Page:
Jailed Martinelli  “optimistic” on extradition hearing

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Ex-president  Ricardo Martinelli, who once boasted that he would return to Panama and cross the country in a  triumphant convoy welcomed by cheering supporters mimicking a parade by a former military dictator, could instead be returning in handcuffs to an awaiting jail cell to face multiple trials with potential lengthy prison terms if found guilty.

The way the pendulum swings will likely be decided on Tuesday, January 16  when he leaves the cramped Miami detention center cell he has occupied since his arrest on June 12.  That’s when he will  get   a US judge’s response  to an  Amparo opposing his extradition to Panama,

His spokesman and longtime cheer leader, lawyer Luis Eduardo Camacho, told the Efe News agency. on Tuesday, January 2  that although Martinelli had been affected by his stay in detection he is “strong” and “very optimistic” about the result of the habeas corpus appeal.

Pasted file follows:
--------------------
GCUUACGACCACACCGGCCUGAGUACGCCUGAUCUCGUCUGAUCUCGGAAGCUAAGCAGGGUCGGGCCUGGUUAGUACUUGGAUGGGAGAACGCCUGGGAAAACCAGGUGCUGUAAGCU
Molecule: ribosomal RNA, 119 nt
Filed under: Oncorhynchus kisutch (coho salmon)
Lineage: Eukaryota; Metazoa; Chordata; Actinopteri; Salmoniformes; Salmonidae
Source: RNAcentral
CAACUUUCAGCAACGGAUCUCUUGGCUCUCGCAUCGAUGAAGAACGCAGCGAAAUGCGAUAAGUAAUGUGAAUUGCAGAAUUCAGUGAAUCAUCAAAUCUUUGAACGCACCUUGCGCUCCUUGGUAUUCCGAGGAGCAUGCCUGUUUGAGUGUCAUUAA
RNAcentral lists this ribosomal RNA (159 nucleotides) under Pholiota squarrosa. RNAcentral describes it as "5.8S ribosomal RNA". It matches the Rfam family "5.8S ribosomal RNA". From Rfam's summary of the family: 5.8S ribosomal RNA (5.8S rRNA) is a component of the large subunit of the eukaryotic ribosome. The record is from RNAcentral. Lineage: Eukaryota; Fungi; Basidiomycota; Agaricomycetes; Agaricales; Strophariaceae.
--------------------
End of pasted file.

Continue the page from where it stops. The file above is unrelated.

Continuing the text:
According to court documents, the hearing in which Martinelli’s lawyers will present the arguments of the appeal was postponed from January 9 to 16,  but so far that has not been officially confirmed says Efe.

Camacho said that the new date was set by Judge Marcia G. Cooke of the Federal Court of the Southern District of Florida after the Prosecutor’s Office requested a postponement and the defense did not oppose it.

Asked about how Martinelli spent Christmas and New Year   Camacho said that although he is “strong” and receives visits from relatives and other authorized persons “something must have affected him ” being in prison at this time.

However, Camacho said, he is “very optimistic” about the outcome of the appeal filed with Judge Cooke.

The defense appealed to Cooke after US judge Edwin Torres ruled on August 31 that Martinelli’s extradition to answer a case of illegal wiretapping during his government, in which  150 people were victims, including journalists, businessmen and politicians was backed by sufficient evidence

Successive requests for bail with offers as high as $10 million have been denied.

Panama’s  Supreme Court of Panama wants Martinelli to face charges of embezzlement (and illegal eavesdropping with up to a dozen others waiting in the wings.

In one of her first appearances  at the beginning of October, Judge Cooke instructed each of the parties to take a series of steps in order to “resolve this dispute efficiently and expeditiously.”

The appeal is directed to the US Attorney General, Jeff Sessions, Secretary of State, Rex Tillerson, and the active head of the detention center where Martinelli, is being held.

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